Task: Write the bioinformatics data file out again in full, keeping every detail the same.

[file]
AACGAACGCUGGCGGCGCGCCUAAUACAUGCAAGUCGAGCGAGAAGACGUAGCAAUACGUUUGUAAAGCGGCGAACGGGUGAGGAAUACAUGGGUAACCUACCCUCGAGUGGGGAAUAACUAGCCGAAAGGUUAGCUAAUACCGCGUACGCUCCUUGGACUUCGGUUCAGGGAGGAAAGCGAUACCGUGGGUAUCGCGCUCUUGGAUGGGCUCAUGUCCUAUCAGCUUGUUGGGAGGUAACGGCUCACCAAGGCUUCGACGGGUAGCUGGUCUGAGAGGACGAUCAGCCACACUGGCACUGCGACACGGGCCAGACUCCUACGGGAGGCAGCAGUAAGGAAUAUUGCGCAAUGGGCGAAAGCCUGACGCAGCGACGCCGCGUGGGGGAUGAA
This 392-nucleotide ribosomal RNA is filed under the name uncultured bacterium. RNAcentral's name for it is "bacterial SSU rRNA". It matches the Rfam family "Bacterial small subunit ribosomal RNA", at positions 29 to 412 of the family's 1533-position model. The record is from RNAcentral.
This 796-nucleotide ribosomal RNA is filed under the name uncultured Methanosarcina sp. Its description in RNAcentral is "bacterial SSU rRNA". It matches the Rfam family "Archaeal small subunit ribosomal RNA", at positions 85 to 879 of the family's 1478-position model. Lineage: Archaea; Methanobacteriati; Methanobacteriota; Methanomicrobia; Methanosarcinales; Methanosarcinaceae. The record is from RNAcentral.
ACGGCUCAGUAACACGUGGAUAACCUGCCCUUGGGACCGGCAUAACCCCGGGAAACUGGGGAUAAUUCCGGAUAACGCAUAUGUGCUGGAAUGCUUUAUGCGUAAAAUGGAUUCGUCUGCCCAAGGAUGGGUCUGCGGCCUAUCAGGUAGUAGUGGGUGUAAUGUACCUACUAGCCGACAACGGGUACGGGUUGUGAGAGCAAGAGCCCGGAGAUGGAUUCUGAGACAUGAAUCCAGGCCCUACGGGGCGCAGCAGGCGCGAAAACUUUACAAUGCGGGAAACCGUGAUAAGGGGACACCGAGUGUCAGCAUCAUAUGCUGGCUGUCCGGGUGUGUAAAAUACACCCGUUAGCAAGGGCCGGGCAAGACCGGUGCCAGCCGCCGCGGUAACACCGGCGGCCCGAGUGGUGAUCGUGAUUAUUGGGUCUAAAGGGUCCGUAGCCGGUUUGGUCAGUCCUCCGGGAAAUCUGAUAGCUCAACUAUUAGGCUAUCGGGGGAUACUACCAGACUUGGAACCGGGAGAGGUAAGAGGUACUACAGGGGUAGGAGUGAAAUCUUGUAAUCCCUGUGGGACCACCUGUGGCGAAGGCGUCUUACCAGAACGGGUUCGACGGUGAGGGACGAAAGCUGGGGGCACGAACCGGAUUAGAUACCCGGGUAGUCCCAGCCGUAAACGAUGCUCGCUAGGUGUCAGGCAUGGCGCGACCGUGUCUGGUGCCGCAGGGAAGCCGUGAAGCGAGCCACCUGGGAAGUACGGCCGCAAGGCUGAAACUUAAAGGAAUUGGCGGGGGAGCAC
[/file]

AACGAACGCUGGCGGCGCGCCUAAUACAUGCAAGUCGAGCGAGAAGACGUAGCAAUACGUUUGUAAAGCGGCGAACGGGUGAGGAAUACAUGGGUAACCUACCCUCGAGUGGGGAAUAACUAGCCGAAAGGUUAGCUAAUACCGCGUACGCUCCUUGGACUUCGGUUCAGGGAGGAAAGCGAUACCGUGGGUAUCGCGCUCUUGGAUGGGCUCAUGUCCUAUCAGCUUGUUGGGAGGUAACGGCUCACCAAGGCUUCGACGGGUAGCUGGUCUGAGAGGACGAUCAGCCACACUGGCACUGCGACACGGGCCAGACUCCUACGGGAGGCAGCAGUAAGGAAUAUUGCGCAAUGGGCGAAAGCCUGACGCAGCGACGCCGCGUGGGGGAUGAA
This 392-nucleotide ribosomal RNA is filed under the name uncultured bacterium. RNAcentral's name for it is "bacterial SSU rRNA". It matches the Rfam family "Bacterial small subunit ribosomal RNA", at positions 29 to 412 of the family's 1533-position model. The record is from RNAcentral.
This 796-nucleotide ribosomal RNA is filed under the name uncultured Methanosarcina sp. Its description in RNAcentral is "bacterial SSU rRNA". It matches the Rfam family "Archaeal small subunit ribosomal RNA", at positions 85 to 879 of the family's 1478-position model. Lineage: Archaea; Methanobacteriati; Methanobacteriota; Methanomicrobia; Methanosarcinales; Methanosarcinaceae. The record is from RNAcentral.
ACGGCUCAGUAACACGUGGAUAACCUGCCCUUGGGACCGGCAUAACCCCGGGAAACUGGGGAUAAUUCCGGAUAACGCAUAUGUGCUGGAAUGCUUUAUGCGUAAAAUGGAUUCGUCUGCCCAAGGAUGGGUCUGCGGCCUAUCAGGUAGUAGUGGGUGUAAUGUACCUACUAGCCGACAACGGGUACGGGUUGUGAGAGCAAGAGCCCGGAGAUGGAUUCUGAGACAUGAAUCCAGGCCCUACGGGGCGCAGCAGGCGCGAAAACUUUACAAUGCGGGAAACCGUGAUAAGGGGACACCGAGUGUCAGCAUCAUAUGCUGGCUGUCCGGGUGUGUAAAAUACACCCGUUAGCAAGGGCCGGGCAAGACCGGUGCCAGCCGCCGCGGUAACACCGGCGGCCCGAGUGGUGAUCGUGAUUAUUGGGUCUAAAGGGUCCGUAGCCGGUUUGGUCAGUCCUCCGGGAAAUCUGAUAGCUCAACUAUUAGGCUAUCGGGGGAUACUACCAGACUUGGAACCGGGAGAGGUAAGAGGUACUACAGGGGUAGGAGUGAAAUCUUGUAAUCCCUGUGGGACCACCUGUGGCGAAGGCGUCUUACCAGAACGGGUUCGACGGUGAGGGACGAAAGCUGGGGGCACGAACCGGAUUAGAUACCCGGGUAGUCCCAGCCGUAAACGAUGCUCGCUAGGUGUCAGGCAUGGCGCGACCGUGUCUGGUGCCGCAGGGAAGCCGUGAAGCGAGCCACCUGGGAAGUACGGCCGCAAGGCUGAAACUUAAAGGAAUUGGCGGGGGAGCAC